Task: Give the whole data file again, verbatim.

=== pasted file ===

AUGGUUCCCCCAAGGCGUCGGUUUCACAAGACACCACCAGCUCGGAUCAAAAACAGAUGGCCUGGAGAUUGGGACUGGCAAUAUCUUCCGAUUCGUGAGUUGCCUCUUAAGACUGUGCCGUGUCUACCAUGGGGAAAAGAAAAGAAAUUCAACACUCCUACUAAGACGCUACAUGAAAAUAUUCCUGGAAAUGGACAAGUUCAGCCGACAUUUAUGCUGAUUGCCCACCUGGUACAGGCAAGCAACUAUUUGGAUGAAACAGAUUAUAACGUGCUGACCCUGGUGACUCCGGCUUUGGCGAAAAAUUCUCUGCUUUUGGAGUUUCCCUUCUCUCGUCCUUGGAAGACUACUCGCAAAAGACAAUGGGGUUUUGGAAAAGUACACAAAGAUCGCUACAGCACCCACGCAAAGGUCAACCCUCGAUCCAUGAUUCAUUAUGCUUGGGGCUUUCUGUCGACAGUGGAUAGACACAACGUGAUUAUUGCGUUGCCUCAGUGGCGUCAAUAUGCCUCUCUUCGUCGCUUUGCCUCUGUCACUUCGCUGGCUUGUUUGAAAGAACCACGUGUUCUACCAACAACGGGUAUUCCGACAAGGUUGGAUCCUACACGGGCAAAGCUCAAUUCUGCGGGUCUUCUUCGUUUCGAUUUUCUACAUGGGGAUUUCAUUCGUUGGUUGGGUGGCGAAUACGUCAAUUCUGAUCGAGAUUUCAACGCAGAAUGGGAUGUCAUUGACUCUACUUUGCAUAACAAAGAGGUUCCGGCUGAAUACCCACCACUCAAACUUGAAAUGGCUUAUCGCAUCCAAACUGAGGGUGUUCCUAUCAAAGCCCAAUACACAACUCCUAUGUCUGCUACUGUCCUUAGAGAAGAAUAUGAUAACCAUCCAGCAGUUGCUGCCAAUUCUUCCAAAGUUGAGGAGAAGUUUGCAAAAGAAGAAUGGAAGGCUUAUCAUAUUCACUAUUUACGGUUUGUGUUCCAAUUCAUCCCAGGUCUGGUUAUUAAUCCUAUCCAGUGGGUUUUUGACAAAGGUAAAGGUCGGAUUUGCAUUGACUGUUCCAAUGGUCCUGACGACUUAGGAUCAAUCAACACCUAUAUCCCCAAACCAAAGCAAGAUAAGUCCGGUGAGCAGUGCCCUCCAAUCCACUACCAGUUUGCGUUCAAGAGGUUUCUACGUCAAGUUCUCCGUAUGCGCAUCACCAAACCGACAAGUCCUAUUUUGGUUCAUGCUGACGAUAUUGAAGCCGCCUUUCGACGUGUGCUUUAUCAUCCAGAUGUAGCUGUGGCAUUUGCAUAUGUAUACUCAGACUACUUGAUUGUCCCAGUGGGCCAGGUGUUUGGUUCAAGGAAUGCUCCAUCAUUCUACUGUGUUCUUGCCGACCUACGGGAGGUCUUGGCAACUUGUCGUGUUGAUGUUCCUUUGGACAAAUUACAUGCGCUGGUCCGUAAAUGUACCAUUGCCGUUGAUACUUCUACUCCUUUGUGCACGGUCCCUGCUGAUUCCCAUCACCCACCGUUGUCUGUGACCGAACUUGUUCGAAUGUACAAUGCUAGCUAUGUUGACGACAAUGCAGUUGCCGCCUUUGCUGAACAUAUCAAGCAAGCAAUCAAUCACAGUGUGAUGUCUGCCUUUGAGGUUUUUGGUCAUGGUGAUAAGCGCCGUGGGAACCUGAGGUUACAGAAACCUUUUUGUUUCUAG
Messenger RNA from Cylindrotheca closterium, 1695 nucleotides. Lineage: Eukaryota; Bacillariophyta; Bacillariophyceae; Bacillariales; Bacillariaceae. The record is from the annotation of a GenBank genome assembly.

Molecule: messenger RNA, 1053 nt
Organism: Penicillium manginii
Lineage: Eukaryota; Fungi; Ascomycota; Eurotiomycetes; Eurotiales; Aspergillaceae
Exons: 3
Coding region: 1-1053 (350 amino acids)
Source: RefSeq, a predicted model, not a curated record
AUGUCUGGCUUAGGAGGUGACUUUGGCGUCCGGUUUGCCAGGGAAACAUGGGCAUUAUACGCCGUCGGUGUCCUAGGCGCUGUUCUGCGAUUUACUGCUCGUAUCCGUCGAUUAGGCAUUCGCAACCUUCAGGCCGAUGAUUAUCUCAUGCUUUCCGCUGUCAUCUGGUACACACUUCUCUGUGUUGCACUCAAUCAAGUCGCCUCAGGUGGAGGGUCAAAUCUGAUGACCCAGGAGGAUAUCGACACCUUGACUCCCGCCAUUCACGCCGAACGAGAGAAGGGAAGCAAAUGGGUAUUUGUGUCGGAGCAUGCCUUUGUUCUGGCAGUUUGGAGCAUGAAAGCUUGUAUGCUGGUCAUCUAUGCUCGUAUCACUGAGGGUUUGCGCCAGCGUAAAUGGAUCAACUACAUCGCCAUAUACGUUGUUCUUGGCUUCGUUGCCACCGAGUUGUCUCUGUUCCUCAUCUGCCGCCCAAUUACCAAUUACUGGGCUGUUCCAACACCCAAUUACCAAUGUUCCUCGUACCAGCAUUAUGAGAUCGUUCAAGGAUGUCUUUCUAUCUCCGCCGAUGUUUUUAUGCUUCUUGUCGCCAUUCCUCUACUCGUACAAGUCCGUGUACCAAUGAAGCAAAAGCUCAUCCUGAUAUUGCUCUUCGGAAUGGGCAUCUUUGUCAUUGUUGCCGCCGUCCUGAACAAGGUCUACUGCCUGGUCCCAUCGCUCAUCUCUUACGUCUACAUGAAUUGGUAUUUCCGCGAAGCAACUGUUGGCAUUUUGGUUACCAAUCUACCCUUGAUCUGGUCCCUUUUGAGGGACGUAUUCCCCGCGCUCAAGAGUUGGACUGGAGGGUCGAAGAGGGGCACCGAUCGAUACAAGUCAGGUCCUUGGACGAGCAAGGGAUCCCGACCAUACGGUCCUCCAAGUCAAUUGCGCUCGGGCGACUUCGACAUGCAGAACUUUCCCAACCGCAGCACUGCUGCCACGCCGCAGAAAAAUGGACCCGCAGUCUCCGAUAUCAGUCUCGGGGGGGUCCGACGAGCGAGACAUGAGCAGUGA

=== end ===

AUGGUUCCCCCAAGGCGUCGGUUUCACAAGACACCACCAGCUCGGAUCAAAAACAGAUGGCCUGGAGAUUGGGACUGGCAAUAUCUUCCGAUUCGUGAGUUGCCUCUUAAGACUGUGCCGUGUCUACCAUGGGGAAAAGAAAAGAAAUUCAACACUCCUACUAAGACGCUACAUGAAAAUAUUCCUGGAAAUGGACAAGUUCAGCCGACAUUUAUGCUGAUUGCCCACCUGGUACAGGCAAGCAACUAUUUGGAUGAAACAGAUUAUAACGUGCUGACCCUGGUGACUCCGGCUUUGGCGAAAAAUUCUCUGCUUUUGGAGUUUCCCUUCUCUCGUCCUUGGAAGACUACUCGCAAAAGACAAUGGGGUUUUGGAAAAGUACACAAAGAUCGCUACAGCACCCACGCAAAGGUCAACCCUCGAUCCAUGAUUCAUUAUGCUUGGGGCUUUCUGUCGACAGUGGAUAGACACAACGUGAUUAUUGCGUUGCCUCAGUGGCGUCAAUAUGCCUCUCUUCGUCGCUUUGCCUCUGUCACUUCGCUGGCUUGUUUGAAAGAACCACGUGUUCUACCAACAACGGGUAUUCCGACAAGGUUGGAUCCUACACGGGCAAAGCUCAAUUCUGCGGGUCUUCUUCGUUUCGAUUUUCUACAUGGGGAUUUCAUUCGUUGGUUGGGUGGCGAAUACGUCAAUUCUGAUCGAGAUUUCAACGCAGAAUGGGAUGUCAUUGACUCUACUUUGCAUAACAAAGAGGUUCCGGCUGAAUACCCACCACUCAAACUUGAAAUGGCUUAUCGCAUCCAAACUGAGGGUGUUCCUAUCAAAGCCCAAUACACAACUCCUAUGUCUGCUACUGUCCUUAGAGAAGAAUAUGAUAACCAUCCAGCAGUUGCUGCCAAUUCUUCCAAAGUUGAGGAGAAGUUUGCAAAAGAAGAAUGGAAGGCUUAUCAUAUUCACUAUUUACGGUUUGUGUUCCAAUUCAUCCCAGGUCUGGUUAUUAAUCCUAUCCAGUGGGUUUUUGACAAAGGUAAAGGUCGGAUUUGCAUUGACUGUUCCAAUGGUCCUGACGACUUAGGAUCAAUCAACACCUAUAUCCCCAAACCAAAGCAAGAUAAGUCCGGUGAGCAGUGCCCUCCAAUCCACUACCAGUUUGCGUUCAAGAGGUUUCUACGUCAAGUUCUCCGUAUGCGCAUCACCAAACCGACAAGUCCUAUUUUGGUUCAUGCUGACGAUAUUGAAGCCGCCUUUCGACGUGUGCUUUAUCAUCCAGAUGUAGCUGUGGCAUUUGCAUAUGUAUACUCAGACUACUUGAUUGUCCCAGUGGGCCAGGUGUUUGGUUCAAGGAAUGCUCCAUCAUUCUACUGUGUUCUUGCCGACCUACGGGAGGUCUUGGCAACUUGUCGUGUUGAUGUUCCUUUGGACAAAUUACAUGCGCUGGUCCGUAAAUGUACCAUUGCCGUUGAUACUUCUACUCCUUUGUGCACGGUCCCUGCUGAUUCCCAUCACCCACCGUUGUCUGUGACCGAACUUGUUCGAAUGUACAAUGCUAGCUAUGUUGACGACAAUGCAGUUGCCGCCUUUGCUGAACAUAUCAAGCAAGCAAUCAAUCACAGUGUGAUGUCUGCCUUUGAGGUUUUUGGUCAUGGUGAUAAGCGCCGUGGGAACCUGAGGUUACAGAAACCUUUUUGUUUCUAG
Messenger RNA from Cylindrotheca closterium, 1695 nucleotides. Lineage: Eukaryota; Bacillariophyta; Bacillariophyceae; Bacillariales; Bacillariaceae. The record is from the annotation of a GenBank genome assembly.

Molecule: messenger RNA, 1053 nt
Organism: Penicillium manginii
Lineage: Eukaryota; Fungi; Ascomycota; Eurotiomycetes; Eurotiales; Aspergillaceae
Exons: 3
Coding region: 1-1053 (350 amino acids)
Source: RefSeq, a predicted model, not a curated record
AUGUCUGGCUUAGGAGGUGACUUUGGCGUCCGGUUUGCCAGGGAAACAUGGGCAUUAUACGCCGUCGGUGUCCUAGGCGCUGUUCUGCGAUUUACUGCUCGUAUCCGUCGAUUAGGCAUUCGCAACCUUCAGGCCGAUGAUUAUCUCAUGCUUUCCGCUGUCAUCUGGUACACACUUCUCUGUGUUGCACUCAAUCAAGUCGCCUCAGGUGGAGGGUCAAAUCUGAUGACCCAGGAGGAUAUCGACACCUUGACUCCCGCCAUUCACGCCGAACGAGAGAAGGGAAGCAAAUGGGUAUUUGUGUCGGAGCAUGCCUUUGUUCUGGCAGUUUGGAGCAUGAAAGCUUGUAUGCUGGUCAUCUAUGCUCGUAUCACUGAGGGUUUGCGCCAGCGUAAAUGGAUCAACUACAUCGCCAUAUACGUUGUUCUUGGCUUCGUUGCCACCGAGUUGUCUCUGUUCCUCAUCUGCCGCCCAAUUACCAAUUACUGGGCUGUUCCAACACCCAAUUACCAAUGUUCCUCGUACCAGCAUUAUGAGAUCGUUCAAGGAUGUCUUUCUAUCUCCGCCGAUGUUUUUAUGCUUCUUGUCGCCAUUCCUCUACUCGUACAAGUCCGUGUACCAAUGAAGCAAAAGCUCAUCCUGAUAUUGCUCUUCGGAAUGGGCAUCUUUGUCAUUGUUGCCGCCGUCCUGAACAAGGUCUACUGCCUGGUCCCAUCGCUCAUCUCUUACGUCUACAUGAAUUGGUAUUUCCGCGAAGCAACUGUUGGCAUUUUGGUUACCAAUCUACCCUUGAUCUGGUCCCUUUUGAGGGACGUAUUCCCCGCGCUCAAGAGUUGGACUGGAGGGUCGAAGAGGGGCACCGAUCGAUACAAGUCAGGUCCUUGGACGAGCAAGGGAUCCCGACCAUACGGUCCUCCAAGUCAAUUGCGCUCGGGCGACUUCGACAUGCAGAACUUUCCCAACCGCAGCACUGCUGCCACGCCGCAGAAAAAUGGACCCGCAGUCUCCGAUAUCAGUCUCGGGGGGGUCCGACGAGCGAGACAUGAGCAGUGA